Why: “I really love this podcast because it is founded by a business coach, Natalie Eckdahl, and is focused specifically on women entrepreneurs. Natalie interviews entrepreneurs across industries and it is always interesting to hear firsthand of their experiences and what has been most successful for them. She also does live coaching sessions which are very useful to hear how other business owner's challenges are addressed and how they sort out what is next for their journeys."
From: Neely Raffellini, founder of the 9 to 5 Project, which helps women with easy-to-follow job search tools and advice, including career coaching, resume writing, ongoing support and more.
Why: “Most episodes of this podcast are under ten minutes - except for the ones with a guest - so it's a quick way to grab a life and/or business lesson with the all-around awesome Marie Forleo. Recent episodes have focused on everything from gratitude to networking."
From: Misha Gillingham, luxury travel blogger and influencer and founder of Wildluxe. Her Instagram show, Luxury Travel Show, takes viewers on 60 video tours through the more luxurious properties around the globe. Wildluxe also donates 100 percent of profits to charities to help underprivileged children worldwide.
Why: “After battling cancer I learned just how short life can be and I knew I needed to make some changes in order to live the life I had dreamt of. Brooke's podcast teaches listeners how to accomplish goals without being bound by fear. It is highly motivational and helps me in business and almost every other aspect of my life. Brooke's words of wisdom have changed the way I think, and as cliche as this sounds, I am now able to live the life I have always dreamed of. I am traveling the world in total luxury, and getting paid to do it! Additionally, The Life Coach School Podcast has improved the important relationships in my life. The core values of Brooke's podcasts can be applied to anyone in any situation."
From: Suneera Madhani, the CEO and founder of Fattmerchant, a subscription-based payment technology provider offering direct-cost pricing, analytics and omnichannel integrated payments solutions to businesses.
Why: “One of my favorite podcast hosts is Sophia Amoruso, who interviews entrepreneurs from all different industries and has an entrepreneurial journey of her own. She blends learning and fun into one, and it works really well without being forced. This is a much lighter, relatable podcast that focuses solely on girl bosses, something I believe in wholeheartedly."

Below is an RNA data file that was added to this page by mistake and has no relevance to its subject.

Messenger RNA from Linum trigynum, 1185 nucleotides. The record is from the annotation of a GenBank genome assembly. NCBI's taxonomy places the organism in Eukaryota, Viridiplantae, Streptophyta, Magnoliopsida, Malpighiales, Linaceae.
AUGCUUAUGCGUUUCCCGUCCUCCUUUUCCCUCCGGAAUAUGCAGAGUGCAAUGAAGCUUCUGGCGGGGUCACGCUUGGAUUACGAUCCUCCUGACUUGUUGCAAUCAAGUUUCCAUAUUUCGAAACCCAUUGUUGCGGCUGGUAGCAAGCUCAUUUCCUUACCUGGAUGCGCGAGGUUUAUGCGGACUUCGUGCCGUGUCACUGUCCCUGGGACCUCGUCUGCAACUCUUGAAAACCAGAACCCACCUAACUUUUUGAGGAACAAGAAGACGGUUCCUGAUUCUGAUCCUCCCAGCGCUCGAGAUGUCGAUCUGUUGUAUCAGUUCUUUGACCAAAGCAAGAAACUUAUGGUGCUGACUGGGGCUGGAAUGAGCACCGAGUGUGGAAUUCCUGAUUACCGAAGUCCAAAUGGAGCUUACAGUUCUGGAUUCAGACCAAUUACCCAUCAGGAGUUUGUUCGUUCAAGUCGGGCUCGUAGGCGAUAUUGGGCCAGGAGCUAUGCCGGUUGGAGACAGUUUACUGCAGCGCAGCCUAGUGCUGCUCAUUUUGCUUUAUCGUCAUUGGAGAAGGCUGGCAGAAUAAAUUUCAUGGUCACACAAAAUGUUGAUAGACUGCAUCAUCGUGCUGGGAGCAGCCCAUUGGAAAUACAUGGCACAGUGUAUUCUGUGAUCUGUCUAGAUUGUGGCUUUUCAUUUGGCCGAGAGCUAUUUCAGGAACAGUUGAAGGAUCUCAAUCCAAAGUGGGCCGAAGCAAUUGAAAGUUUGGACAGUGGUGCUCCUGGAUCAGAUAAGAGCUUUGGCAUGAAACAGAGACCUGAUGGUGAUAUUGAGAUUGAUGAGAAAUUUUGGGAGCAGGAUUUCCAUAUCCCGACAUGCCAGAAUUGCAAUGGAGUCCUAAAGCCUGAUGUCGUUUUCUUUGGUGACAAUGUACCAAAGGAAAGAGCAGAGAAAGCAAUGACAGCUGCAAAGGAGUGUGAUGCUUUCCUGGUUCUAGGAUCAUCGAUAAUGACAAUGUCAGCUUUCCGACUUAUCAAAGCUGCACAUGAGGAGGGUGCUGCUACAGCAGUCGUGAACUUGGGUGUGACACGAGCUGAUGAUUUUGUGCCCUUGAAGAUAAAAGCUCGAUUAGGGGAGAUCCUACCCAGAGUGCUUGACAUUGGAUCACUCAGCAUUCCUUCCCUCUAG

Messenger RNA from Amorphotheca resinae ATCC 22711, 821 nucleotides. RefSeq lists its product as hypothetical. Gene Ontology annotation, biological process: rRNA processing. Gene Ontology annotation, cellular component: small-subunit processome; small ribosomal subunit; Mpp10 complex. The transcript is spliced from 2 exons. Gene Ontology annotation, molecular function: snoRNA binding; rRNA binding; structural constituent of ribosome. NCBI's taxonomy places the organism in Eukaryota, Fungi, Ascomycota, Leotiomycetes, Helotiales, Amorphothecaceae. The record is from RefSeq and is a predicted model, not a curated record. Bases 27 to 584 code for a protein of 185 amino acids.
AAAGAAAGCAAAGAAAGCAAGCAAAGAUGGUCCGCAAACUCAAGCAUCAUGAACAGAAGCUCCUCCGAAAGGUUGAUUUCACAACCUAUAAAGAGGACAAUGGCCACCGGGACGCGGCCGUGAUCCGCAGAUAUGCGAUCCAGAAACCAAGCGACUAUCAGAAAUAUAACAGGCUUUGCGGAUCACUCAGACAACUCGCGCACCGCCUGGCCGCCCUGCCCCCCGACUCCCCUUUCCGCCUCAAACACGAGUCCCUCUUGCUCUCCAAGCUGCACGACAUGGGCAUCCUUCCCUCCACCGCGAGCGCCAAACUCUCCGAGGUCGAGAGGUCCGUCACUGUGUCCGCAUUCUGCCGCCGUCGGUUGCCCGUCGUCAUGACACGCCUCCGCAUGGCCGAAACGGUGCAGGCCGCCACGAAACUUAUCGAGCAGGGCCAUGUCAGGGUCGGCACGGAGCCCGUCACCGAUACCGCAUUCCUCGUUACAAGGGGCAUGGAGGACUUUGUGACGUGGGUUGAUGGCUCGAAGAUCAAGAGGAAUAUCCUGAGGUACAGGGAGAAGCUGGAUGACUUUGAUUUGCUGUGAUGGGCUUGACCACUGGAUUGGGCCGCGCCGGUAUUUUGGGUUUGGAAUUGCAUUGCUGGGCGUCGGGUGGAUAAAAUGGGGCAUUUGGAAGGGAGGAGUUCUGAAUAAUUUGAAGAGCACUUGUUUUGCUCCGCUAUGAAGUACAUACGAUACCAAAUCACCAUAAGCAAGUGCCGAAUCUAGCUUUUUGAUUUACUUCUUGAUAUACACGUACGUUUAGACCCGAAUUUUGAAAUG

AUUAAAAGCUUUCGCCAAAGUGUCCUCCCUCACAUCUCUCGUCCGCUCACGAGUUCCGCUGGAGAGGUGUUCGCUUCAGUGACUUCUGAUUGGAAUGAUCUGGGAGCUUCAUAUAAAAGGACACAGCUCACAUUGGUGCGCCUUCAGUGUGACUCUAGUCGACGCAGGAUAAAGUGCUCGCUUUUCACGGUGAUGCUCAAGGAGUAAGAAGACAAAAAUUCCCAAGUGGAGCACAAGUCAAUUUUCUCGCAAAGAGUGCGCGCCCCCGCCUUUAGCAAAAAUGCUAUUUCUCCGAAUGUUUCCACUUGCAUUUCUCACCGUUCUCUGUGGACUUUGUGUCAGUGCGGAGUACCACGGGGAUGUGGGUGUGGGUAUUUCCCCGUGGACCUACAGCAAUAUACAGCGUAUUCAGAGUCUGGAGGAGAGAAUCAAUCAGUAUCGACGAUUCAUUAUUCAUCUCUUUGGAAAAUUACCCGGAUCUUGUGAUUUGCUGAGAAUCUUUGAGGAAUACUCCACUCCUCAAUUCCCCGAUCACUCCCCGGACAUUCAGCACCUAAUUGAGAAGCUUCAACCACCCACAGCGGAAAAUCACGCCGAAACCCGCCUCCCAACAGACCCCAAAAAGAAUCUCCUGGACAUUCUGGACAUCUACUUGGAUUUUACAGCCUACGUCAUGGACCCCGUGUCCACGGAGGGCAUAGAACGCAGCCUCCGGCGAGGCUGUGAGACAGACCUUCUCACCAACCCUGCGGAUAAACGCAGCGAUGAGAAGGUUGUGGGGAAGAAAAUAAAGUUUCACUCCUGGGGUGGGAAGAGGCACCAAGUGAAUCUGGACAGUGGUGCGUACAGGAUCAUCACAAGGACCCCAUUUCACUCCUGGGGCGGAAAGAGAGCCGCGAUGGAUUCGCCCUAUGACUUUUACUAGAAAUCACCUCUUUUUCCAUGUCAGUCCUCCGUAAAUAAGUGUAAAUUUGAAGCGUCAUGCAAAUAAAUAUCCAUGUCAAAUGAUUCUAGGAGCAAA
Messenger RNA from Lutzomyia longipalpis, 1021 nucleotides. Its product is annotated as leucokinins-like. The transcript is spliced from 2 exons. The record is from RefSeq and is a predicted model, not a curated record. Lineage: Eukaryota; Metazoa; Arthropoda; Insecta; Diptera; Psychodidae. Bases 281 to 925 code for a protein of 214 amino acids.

Starting with a little background, I am an anti-bullying advocate and have recently graduated from The Parent Leadership Training Institute, where as part of our studies we were asked to come up with a community project close to our hearts and put it into action. My cause was bullying, and I began a blog and Facebook page to address issues pertaining to all forms of bullying. Implementing this project was followed by a thre- minute speech to my peers, and, after all this, here is what I have learned about bullying.
Bullying makes people feel bad about themselves, leading to feelings of inadequacy, low self-esteem and even physical symptoms. The repercussions of bullying can cause people to miss school or work as well as countless other negative side effects.
I have been bullied both at school and at work, and I know of others who have suffered the same plight. It is not fun!
My first bullying experience was in seventh grade as a young teen. There was a group of three "mean girls" who harassed me and, I later found out, several of my friends; they thought it was funny to pick on others about their clothes, their looks or whatever else they could come up with (who knows). It felt awful at the time. Supposedly, I was chosen to get picked on because they claimed I bought my clothes at the Goodwill. That wasn't true, but really who cares? Why they were picking on me was never really the point. Luckily, after a while, the meanies went on to the next victim(s) like a never-ending cycle. I tend to think once a bully, always a bully, which goes to show how good a lifestyle that is, because those "mean girls" never amounted to much. In hindsight, I feel sorry for them. Watch the movie The Gift if you're really curious about what happens to bullies when they grow up.